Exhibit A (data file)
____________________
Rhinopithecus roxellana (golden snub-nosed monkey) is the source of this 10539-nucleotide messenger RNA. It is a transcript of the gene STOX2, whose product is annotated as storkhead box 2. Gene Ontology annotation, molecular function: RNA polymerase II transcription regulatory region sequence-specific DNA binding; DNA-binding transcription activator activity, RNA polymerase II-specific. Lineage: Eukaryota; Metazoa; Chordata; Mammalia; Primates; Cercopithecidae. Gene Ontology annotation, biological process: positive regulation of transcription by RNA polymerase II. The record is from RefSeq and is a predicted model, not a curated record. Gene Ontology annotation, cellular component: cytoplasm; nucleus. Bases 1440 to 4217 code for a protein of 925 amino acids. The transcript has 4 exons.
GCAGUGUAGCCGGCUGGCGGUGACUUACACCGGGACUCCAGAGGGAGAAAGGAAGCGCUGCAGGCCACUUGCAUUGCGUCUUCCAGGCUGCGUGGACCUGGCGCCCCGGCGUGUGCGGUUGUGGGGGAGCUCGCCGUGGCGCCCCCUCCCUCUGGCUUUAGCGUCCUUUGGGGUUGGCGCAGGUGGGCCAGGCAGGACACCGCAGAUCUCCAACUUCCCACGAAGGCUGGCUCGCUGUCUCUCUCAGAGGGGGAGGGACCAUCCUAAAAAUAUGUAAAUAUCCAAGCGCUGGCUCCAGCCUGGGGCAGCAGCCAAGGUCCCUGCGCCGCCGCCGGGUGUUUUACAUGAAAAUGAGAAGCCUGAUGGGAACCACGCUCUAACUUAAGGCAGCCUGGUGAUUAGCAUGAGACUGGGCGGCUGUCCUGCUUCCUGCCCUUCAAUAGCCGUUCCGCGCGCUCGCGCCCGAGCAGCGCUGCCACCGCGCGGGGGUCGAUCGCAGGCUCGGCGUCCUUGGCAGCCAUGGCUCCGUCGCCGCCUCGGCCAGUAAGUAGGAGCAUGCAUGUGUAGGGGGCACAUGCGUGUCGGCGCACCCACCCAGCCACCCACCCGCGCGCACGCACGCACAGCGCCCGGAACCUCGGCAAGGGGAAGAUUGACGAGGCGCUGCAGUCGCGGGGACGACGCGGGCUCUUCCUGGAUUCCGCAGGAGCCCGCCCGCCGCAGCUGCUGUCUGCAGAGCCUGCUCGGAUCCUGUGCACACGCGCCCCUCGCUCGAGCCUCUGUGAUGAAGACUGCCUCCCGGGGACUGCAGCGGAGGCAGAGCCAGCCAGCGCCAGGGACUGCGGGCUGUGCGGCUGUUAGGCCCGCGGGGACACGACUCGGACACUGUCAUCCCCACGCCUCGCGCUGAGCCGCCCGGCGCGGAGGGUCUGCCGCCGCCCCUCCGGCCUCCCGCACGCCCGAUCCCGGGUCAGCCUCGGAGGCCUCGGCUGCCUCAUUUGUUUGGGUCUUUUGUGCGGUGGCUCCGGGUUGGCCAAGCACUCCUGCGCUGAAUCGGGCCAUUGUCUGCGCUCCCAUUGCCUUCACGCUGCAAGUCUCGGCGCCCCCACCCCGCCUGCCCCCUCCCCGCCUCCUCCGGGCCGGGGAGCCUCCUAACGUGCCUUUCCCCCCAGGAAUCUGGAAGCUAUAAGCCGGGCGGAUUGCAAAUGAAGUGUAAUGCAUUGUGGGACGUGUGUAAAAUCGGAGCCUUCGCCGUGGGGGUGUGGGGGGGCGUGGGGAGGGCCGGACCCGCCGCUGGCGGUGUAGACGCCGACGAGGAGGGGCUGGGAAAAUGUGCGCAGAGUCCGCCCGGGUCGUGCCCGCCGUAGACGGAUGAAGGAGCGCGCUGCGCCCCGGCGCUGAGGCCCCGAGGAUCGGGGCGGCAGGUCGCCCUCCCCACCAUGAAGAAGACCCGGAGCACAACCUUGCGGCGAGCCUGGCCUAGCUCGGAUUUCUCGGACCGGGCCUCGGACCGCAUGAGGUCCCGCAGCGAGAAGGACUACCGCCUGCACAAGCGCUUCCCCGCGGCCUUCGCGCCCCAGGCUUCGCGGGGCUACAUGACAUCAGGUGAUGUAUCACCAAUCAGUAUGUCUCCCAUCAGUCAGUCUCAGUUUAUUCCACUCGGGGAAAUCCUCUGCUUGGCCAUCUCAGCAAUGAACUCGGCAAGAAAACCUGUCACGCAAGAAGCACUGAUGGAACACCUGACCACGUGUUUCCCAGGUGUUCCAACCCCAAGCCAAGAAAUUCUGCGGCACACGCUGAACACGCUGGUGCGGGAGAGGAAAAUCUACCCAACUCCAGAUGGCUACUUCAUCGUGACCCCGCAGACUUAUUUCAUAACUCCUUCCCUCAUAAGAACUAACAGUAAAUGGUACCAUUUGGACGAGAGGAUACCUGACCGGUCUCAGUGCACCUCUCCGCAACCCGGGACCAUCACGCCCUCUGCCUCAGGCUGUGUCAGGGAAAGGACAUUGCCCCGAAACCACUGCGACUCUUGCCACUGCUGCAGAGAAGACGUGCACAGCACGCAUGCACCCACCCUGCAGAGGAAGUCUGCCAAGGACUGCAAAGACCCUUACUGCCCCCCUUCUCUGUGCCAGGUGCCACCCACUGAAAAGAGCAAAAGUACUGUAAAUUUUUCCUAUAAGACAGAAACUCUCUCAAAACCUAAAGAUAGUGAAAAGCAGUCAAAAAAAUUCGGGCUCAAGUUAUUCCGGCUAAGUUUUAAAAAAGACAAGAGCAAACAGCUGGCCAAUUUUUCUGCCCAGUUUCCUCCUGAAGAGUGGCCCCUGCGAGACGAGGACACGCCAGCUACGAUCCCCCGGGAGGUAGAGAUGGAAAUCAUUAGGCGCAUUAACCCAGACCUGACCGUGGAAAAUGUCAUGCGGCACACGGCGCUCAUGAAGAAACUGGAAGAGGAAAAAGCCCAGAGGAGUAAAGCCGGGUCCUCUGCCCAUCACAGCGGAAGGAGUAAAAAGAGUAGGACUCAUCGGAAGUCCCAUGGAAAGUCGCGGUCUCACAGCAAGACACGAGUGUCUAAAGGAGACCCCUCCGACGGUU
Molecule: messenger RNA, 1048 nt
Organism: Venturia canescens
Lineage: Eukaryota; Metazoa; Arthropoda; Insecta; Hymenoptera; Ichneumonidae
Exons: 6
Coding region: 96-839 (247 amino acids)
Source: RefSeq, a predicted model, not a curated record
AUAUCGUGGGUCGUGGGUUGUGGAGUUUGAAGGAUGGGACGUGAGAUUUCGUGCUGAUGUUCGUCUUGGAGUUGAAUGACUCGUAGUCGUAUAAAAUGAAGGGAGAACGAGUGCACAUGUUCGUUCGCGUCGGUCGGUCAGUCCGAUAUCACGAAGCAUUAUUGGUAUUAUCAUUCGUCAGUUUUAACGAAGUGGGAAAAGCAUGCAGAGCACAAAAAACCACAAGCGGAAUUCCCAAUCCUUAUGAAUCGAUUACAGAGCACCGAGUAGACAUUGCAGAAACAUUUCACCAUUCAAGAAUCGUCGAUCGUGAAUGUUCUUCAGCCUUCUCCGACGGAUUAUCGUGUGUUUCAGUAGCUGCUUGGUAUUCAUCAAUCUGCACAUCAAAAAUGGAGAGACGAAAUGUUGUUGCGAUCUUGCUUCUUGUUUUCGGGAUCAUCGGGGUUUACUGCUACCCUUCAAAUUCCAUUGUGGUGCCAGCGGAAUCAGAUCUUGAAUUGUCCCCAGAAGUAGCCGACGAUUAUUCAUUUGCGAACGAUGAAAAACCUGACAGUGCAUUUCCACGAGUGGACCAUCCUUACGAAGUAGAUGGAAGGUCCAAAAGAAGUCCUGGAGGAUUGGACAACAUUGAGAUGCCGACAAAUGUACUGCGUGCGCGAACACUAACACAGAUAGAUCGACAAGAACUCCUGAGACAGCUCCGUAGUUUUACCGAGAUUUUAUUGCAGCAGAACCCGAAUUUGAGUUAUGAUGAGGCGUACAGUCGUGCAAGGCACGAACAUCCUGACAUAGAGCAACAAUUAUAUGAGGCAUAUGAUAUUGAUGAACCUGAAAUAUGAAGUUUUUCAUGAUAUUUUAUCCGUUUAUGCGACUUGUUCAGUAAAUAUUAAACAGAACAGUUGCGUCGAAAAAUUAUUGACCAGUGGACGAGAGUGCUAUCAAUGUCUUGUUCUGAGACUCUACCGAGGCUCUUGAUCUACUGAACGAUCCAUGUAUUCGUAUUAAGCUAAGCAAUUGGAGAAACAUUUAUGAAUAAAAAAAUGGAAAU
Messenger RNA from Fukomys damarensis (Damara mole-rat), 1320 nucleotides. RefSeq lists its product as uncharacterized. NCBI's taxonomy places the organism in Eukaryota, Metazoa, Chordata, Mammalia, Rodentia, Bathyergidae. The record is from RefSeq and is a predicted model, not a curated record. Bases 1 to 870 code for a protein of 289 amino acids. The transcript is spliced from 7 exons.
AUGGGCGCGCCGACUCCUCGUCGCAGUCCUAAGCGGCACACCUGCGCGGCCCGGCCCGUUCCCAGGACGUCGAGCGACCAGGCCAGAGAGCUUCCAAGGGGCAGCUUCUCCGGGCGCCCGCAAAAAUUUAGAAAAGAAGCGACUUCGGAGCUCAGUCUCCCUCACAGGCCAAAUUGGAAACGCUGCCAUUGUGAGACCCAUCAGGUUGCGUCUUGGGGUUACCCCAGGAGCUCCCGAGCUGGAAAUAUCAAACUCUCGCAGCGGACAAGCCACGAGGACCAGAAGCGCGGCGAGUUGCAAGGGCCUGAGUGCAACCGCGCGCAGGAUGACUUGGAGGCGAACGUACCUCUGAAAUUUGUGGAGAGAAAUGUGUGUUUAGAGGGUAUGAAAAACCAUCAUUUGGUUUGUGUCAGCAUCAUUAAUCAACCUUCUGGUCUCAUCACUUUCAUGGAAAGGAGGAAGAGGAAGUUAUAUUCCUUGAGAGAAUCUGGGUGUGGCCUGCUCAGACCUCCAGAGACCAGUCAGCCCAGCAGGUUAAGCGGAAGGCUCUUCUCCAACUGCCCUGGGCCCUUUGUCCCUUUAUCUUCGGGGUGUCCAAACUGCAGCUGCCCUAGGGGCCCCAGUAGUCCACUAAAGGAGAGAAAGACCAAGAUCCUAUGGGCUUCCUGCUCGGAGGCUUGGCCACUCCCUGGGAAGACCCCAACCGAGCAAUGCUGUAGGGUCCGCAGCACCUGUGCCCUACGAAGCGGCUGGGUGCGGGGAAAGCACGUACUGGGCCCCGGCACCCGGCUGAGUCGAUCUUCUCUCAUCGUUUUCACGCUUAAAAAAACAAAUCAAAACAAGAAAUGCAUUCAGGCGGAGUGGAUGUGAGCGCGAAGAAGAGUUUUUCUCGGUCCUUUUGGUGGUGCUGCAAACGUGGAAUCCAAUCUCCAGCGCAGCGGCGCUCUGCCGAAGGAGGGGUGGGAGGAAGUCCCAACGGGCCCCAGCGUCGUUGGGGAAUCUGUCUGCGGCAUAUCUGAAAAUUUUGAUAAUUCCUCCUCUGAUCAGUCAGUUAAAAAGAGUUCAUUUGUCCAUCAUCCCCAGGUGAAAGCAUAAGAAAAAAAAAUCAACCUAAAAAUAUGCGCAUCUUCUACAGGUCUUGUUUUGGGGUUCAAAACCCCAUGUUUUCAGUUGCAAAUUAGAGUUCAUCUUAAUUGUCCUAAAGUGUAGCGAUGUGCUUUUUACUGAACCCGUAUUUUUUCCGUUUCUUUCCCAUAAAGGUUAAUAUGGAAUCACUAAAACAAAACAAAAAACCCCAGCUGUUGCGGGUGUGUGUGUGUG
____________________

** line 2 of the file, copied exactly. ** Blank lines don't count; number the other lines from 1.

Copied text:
GCAGUGUAGCCGGCUGGCGGUGACUUACACCGGGACUCCAGAGGGAGAAAGGAAGCGCUGCAGGCCACUUGCAUUGCGUCUUCCAGGCUGCGUGGACCUGGCGCCCCGGCGUGUGCGGUUGUGGGGGAGCUCGCCGUGGCGCCCCCUCCCUCUGGCUUUAGCGUCCUUUGGGGUUGGCGCAGGUGGGCCAGGCAGGACACCGCAGAUCUCCAACUUCCCACGAAGGCUGGCUCGCUGUCUCUCUCAGAGGGGGAGGGACCAUCCUAAAAAUAUGUAAAUAUCCAAGCGCUGGCUCCAGCCUGGGGCAGCAGCCAAGGUCCCUGCGCCGCCGCCGGGUGUUUUACAUGAAAAUGAGAAGCCUGAUGGGAACCACGCUCUAACUUAAGGCAGCCUGGUGAUUAGCAUGAGACUGGGCGGCUGUCCUGCUUCCUGCCCUUCAAUAGCCGUUCCGCGCGCUCGCGCCCGAGCAGCGCUGCCACCGCGCGGGGGUCGAUCGCAGGCUCGGCGUCCUUGGCAGCCAUGGCUCCGUCGCCGCCUCGGCCAGUAAGUAGGAGCAUGCAUGUGUAGGGGGCACAUGCGUGUCGGCGCACCCACCCAGCCACCCACCCGCGCGCACGCACGCACAGCGCCCGGAACCUCGGCAAGGGGAAGAUUGACGAGGCGCUGCAGUCGCGGGGACGACGCGGGCUCUUCCUGGAUUCCGCAGGAGCCCGCCCGCCGCAGCUGCUGUCUGCAGAGCCUGCUCGGAUCCUGUGCACACGCGCCCCUCGCUCGAGCCUCUGUGAUGAAGACUGCCUCCCGGGGACUGCAGCGGAGGCAGAGCCAGCCAGCGCCAGGGACUGCGGGCUGUGCGGCUGUUAGGCCCGCGGGGACACGACUCGGACACUGUCAUCCCCACGCCUCGCGCUGAGCCGCCCGGCGCGGAGGGUCUGCCGCCGCCCCUCCGGCCUCCCGCACGCCCGAUCCCGGGUCAGCCUCGGAGGCCUCGGCUGCCUCAUUUGUUUGGGUCUUUUGUGCGGUGGCUCCGGGUUGGCCAAGCACUCCUGCGCUGAAUCGGGCCAUUGUCUGCGCUCCCAUUGCCUUCACGCUGCAAGUCUCGGCGCCCCCACCCCGCCUGCCCCCUCCCCGCCUCCUCCGGGCCGGGGAGCCUCCUAACGUGCCUUUCCCCCCAGGAAUCUGGAAGCUAUAAGCCGGGCGGAUUGCAAAUGAAGUGUAAUGCAUUGUGGGACGUGUGUAAAAUCGGAGCCUUCGCCGUGGGGGUGUGGGGGGGCGUGGGGAGGGCCGGACCCGCCGCUGGCGGUGUAGACGCCGACGAGGAGGGGCUGGGAAAAUGUGCGCAGAGUCCGCCCGGGUCGUGCCCGCCGUAGACGGAUGAAGGAGCGCGCUGCGCCCCGGCGCUGAGGCCCCGAGGAUCGGGGCGGCAGGUCGCCCUCCCCACCAUGAAGAAGACCCGGAGCACAACCUUGCGGCGAGCCUGGCCUAGCUCGGAUUUCUCGGACCGGGCCUCGGACCGCAUGAGGUCCCGCAGCGAGAAGGACUACCGCCUGCACAAGCGCUUCCCCGCGGCCUUCGCGCCCCAGGCUUCGCGGGGCUACAUGACAUCAGGUGAUGUAUCACCAAUCAGUAUGUCUCCCAUCAGUCAGUCUCAGUUUAUUCCACUCGGGGAAAUCCUCUGCUUGGCCAUCUCAGCAAUGAACUCGGCAAGAAAACCUGUCACGCAAGAAGCACUGAUGGAACACCUGACCACGUGUUUCCCAGGUGUUCCAACCCCAAGCCAAGAAAUUCUGCGGCACACGCUGAACACGCUGGUGCGGGAGAGGAAAAUCUACCCAACUCCAGAUGGCUACUUCAUCGUGACCCCGCAGACUUAUUUCAUAACUCCUUCCCUCAUAAGAACUAACAGUAAAUGGUACCAUUUGGACGAGAGGAUACCUGACCGGUCUCAGUGCACCUCUCCGCAACCCGGGACCAUCACGCCCUCUGCCUCAGGCUGUGUCAGGGAAAGGACAUUGCCCCGAAACCACUGCGACUCUUGCCACUGCUGCAGAGAAGACGUGCACAGCACGCAUGCACCCACCCUGCAGAGGAAGUCUGCCAAGGACUGCAAAGACCCUUACUGCCCCCCUUCUCUGUGCCAGGUGCCACCCACUGAAAAGAGCAAAAGUACUGUAAAUUUUUCCUAUAAGACAGAAACUCUCUCAAAACCUAAAGAUAGUGAAAAGCAGUCAAAAAAAUUCGGGCUCAAGUUAUUCCGGCUAAGUUUUAAAAAAGACAAGAGCAAACAGCUGGCCAAUUUUUCUGCCCAGUUUCCUCCUGAAGAGUGGCCCCUGCGAGACGAGGACACGCCAGCUACGAUCCCCCGGGAGGUAGAGAUGGAAAUCAUUAGGCGCAUUAACCCAGACCUGACCGUGGAAAAUGUCAUGCGGCACACGGCGCUCAUGAAGAAACUGGAAGAGGAAAAAGCCCAGAGGAGUAAAGCCGGGUCCUCUGCCCAUCACAGCGGAAGGAGUAAAAAGAGUAGGACUCAUCGGAAGUCCCAUGGAAAGUCGCGGUCUCACAGCAAGACACGAGUGUCUAAAGGAGACCCCUCCGACGGUU